Even for those who some how manage to “get back together” after “No Contact”, the reunion often doesn’t last very long if the relationship dynamics have not changed for the better. Some so-called “Got back together after No Contact” relationships are nothing beyond “re-establishing temporary contact”. Hurray! My ex contacted me… Damn It! Gone Again.

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175 Comments

  • Thank you for replying and your absolutely right. I have allowed him to treat me this way. I am tired of this hurt and i feel horrible about myself. He puts everything on me, saying things like ” you never let me break up with you”. This is a person who is never forced into doing anything. Thank you for being honest, how do I change this?

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    • The way you presented the situation before was a little different. After reading this… you are not going to like what I have to say…

      ” you never let me break up with you” sound like words from someone frustrated with you being needy and clingy. I don’t think it’s necessarily being mean trying to extricate yourself from someone who is suffocating you. It’s survival.

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  • I have been invlolved with my ex for nearly 2 years. We have been on and off the entire relationship. He has used the no contact with me from the go. The most recent being Thursday. I will never understand why he does this. In the past he has always come back and it will be good, until I do something to piss him off. Then it’s the same thing, I have found myself modifying my behavior and apologizing for my feelings. The end result of all this is i am insecure , clingy and find it difficult to let go. He has blocked me from text, phone and email. This is a cruel way to treat someone.

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    • It’s indeed a cruel way to treat someone. Reality though is that you teach people how they treat you. He treats you cruelly because you are ALLOWING it.

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  • Thank you for that response, it validates what I’m thinking and feeling. I have to say the temptation to get pulled in to her games is still there but I’m getting stronger. Reading your blog daily has really helped me see how toxic the relationship was. I’m proud of myself and it’s a long time since I felt this way.

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  • I’m right now in NC because I am sick and tired of my ex playing mind games with me. She said she wanted NC for 3 months but a few days later contacted me. I responded but no further contact from her. I thought may be she wanted her space but a couple of weeks later she sends me a text “hi, how are you?”. I replied. “I’m okay. How are you?” No response. NC has helped me gain perspective and I find I don’t miss her as much. She has since made contact 2 times and I didn’t respond. She doesn’t deserve a response and I don’t really care how she feels anymore. I am moving on with my life and dating again.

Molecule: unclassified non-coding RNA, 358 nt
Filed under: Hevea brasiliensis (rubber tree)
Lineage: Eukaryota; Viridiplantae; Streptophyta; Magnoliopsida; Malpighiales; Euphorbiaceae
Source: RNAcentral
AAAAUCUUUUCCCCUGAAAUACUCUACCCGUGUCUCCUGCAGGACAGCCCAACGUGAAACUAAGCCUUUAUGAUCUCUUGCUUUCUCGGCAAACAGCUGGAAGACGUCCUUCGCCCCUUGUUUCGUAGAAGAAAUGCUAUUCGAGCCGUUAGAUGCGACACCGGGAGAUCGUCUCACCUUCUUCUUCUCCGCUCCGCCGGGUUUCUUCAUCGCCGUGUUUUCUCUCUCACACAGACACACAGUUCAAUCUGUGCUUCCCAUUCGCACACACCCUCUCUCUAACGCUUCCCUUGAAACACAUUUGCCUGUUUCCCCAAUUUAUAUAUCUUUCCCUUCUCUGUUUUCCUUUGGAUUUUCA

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  • Yangki, I share your views on no contact. First they tell you that cutting off contact for 30 days will help you get over your ex, and in the same breath tell you 30 days is also how long it will take for your ex to start missing you. So which is it?

    In my case, staying in contact made more sense. I didn’t know whether I wanted to move on or get him back and contacting him and seeing him reminded both of us WHY it did not work out. It made it much easier to move on. The bonus, no animosity towards each other.

    Keep up the fight for mature relating.

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    • Gigi, unfortunately too many people are in so much pain or too panicked that they don’t realize the contradiction. Others are just lazy to use their critical thinking skills. They hear you MUST DO NO CONTACT, and they go “Oh! Okay”, since everyone is doing it, then I must do it too.

      They cut off all sources of further information or evaluation by which to realistically assess their chances, or lack of. They base their assumptions and expectations on when they last texted, spoke to or saw their ex. For the most part, their emotions are either stuck in the ugliness of the break-up or the nostalgia of when things were really great. Either creates distorted realities that sometimes makes moving on harder, and makes getting back one’s ex near impossible!

      That said, it takes a certain level of emotional maturity to do it the way you did it. I tip my hat (and heart) to you… (: